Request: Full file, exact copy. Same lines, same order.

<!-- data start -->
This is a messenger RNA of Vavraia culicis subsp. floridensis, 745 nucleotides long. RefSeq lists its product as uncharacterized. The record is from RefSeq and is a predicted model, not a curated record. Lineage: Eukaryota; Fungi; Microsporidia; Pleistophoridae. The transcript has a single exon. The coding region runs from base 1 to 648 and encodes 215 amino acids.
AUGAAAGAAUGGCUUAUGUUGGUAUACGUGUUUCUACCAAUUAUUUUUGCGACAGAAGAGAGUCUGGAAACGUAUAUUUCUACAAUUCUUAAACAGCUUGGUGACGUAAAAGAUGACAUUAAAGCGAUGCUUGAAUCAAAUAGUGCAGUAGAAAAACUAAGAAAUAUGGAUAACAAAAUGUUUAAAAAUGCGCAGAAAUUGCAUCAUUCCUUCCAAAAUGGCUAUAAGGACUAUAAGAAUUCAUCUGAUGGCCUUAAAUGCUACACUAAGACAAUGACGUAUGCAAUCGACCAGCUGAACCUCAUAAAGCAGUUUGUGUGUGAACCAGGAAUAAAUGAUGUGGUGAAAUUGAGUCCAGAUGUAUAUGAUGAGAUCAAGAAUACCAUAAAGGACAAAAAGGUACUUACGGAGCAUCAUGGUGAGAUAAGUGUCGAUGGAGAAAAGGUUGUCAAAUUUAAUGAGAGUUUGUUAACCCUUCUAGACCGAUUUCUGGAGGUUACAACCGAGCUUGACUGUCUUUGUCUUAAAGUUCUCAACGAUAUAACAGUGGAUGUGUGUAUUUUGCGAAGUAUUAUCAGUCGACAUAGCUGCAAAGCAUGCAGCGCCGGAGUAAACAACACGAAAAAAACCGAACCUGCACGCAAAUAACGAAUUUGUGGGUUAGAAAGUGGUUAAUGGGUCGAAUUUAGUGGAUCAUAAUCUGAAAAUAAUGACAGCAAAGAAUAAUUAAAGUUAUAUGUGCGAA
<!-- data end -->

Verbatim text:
This is a messenger RNA of Vavraia culicis subsp. floridensis, 745 nucleotides long. RefSeq lists its product as uncharacterized. The record is from RefSeq and is a predicted model, not a curated record. Lineage: Eukaryota; Fungi; Microsporidia; Pleistophoridae. The transcript has a single exon. The coding region runs from base 1 to 648 and encodes 215 amino acids.
AUGAAAGAAUGGCUUAUGUUGGUAUACGUGUUUCUACCAAUUAUUUUUGCGACAGAAGAGAGUCUGGAAACGUAUAUUUCUACAAUUCUUAAACAGCUUGGUGACGUAAAAGAUGACAUUAAAGCGAUGCUUGAAUCAAAUAGUGCAGUAGAAAAACUAAGAAAUAUGGAUAACAAAAUGUUUAAAAAUGCGCAGAAAUUGCAUCAUUCCUUCCAAAAUGGCUAUAAGGACUAUAAGAAUUCAUCUGAUGGCCUUAAAUGCUACACUAAGACAAUGACGUAUGCAAUCGACCAGCUGAACCUCAUAAAGCAGUUUGUGUGUGAACCAGGAAUAAAUGAUGUGGUGAAAUUGAGUCCAGAUGUAUAUGAUGAGAUCAAGAAUACCAUAAAGGACAAAAAGGUACUUACGGAGCAUCAUGGUGAGAUAAGUGUCGAUGGAGAAAAGGUUGUCAAAUUUAAUGAGAGUUUGUUAACCCUUCUAGACCGAUUUCUGGAGGUUACAACCGAGCUUGACUGUCUUUGUCUUAAAGUUCUCAACGAUAUAACAGUGGAUGUGUGUAUUUUGCGAAGUAUUAUCAGUCGACAUAGCUGCAAAGCAUGCAGCGCCGGAGUAAACAACACGAAAAAAACCGAACCUGCACGCAAAUAACGAAUUUGUGGGUUAGAAAGUGGUUAAUGGGUCGAAUUUAGUGGAUCAUAAUCUGAAAAUAAUGACAGCAAAGAAUAAUUAAAGUUAUAUGUGCGAA